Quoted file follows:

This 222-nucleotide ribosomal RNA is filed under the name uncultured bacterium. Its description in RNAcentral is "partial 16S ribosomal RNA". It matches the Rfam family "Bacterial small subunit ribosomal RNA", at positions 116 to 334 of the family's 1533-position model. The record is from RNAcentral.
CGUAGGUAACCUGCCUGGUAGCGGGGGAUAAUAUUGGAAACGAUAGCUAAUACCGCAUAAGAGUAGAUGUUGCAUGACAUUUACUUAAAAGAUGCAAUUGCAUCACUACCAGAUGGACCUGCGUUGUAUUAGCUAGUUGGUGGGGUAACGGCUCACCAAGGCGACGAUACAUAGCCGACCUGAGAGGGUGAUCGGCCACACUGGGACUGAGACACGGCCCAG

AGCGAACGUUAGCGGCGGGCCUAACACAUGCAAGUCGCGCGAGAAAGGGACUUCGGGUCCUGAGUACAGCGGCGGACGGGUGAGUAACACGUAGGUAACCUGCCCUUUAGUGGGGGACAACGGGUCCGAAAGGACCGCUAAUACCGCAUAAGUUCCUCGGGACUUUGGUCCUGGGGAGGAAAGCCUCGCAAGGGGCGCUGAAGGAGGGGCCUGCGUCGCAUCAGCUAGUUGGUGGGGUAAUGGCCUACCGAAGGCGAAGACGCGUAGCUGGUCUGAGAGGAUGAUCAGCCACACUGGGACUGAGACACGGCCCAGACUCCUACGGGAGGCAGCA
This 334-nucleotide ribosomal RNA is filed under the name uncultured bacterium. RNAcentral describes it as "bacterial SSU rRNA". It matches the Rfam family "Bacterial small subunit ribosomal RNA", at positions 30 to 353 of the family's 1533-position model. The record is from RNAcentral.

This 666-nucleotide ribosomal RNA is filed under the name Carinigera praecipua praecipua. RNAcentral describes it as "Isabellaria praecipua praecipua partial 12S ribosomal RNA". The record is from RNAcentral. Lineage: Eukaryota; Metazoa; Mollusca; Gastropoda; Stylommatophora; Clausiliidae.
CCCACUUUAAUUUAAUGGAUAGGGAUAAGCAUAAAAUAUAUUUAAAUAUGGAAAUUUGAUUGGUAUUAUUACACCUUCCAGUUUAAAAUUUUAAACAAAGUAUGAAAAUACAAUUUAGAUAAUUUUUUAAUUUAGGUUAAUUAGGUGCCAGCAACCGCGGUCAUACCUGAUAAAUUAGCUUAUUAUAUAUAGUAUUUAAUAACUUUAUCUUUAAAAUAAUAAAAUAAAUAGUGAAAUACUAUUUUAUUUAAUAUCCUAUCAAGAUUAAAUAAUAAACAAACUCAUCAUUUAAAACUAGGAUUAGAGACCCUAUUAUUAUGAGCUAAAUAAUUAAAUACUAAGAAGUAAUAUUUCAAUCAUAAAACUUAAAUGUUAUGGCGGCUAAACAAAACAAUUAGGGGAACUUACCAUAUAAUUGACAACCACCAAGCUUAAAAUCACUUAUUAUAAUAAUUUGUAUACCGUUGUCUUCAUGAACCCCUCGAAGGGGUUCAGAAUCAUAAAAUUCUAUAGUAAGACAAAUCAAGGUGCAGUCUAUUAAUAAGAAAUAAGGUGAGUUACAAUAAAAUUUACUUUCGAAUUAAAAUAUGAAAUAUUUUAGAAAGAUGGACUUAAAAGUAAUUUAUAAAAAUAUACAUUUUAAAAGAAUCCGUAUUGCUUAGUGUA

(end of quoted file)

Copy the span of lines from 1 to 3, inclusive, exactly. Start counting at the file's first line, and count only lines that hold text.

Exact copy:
This 222-nucleotide ribosomal RNA is filed under the name uncultured bacterium. Its description in RNAcentral is "partial 16S ribosomal RNA". It matches the Rfam family "Bacterial small subunit ribosomal RNA", at positions 116 to 334 of the family's 1533-position model. The record is from RNAcentral.
CGUAGGUAACCUGCCUGGUAGCGGGGGAUAAUAUUGGAAACGAUAGCUAAUACCGCAUAAGAGUAGAUGUUGCAUGACAUUUACUUAAAAGAUGCAAUUGCAUCACUACCAGAUGGACCUGCGUUGUAUUAGCUAGUUGGUGGGGUAACGGCUCACCAAGGCGACGAUACAUAGCCGACCUGAGAGGGUGAUCGGCCACACUGGGACUGAGACACGGCCCAG

AGCGAACGUUAGCGGCGGGCCUAACACAUGCAAGUCGCGCGAGAAAGGGACUUCGGGUCCUGAGUACAGCGGCGGACGGGUGAGUAACACGUAGGUAACCUGCCCUUUAGUGGGGGACAACGGGUCCGAAAGGACCGCUAAUACCGCAUAAGUUCCUCGGGACUUUGGUCCUGGGGAGGAAAGCCUCGCAAGGGGCGCUGAAGGAGGGGCCUGCGUCGCAUCAGCUAGUUGGUGGGGUAAUGGCCUACCGAAGGCGAAGACGCGUAGCUGGUCUGAGAGGAUGAUCAGCCACACUGGGACUGAGACACGGCCCAGACUCCUACGGGAGGCAGCA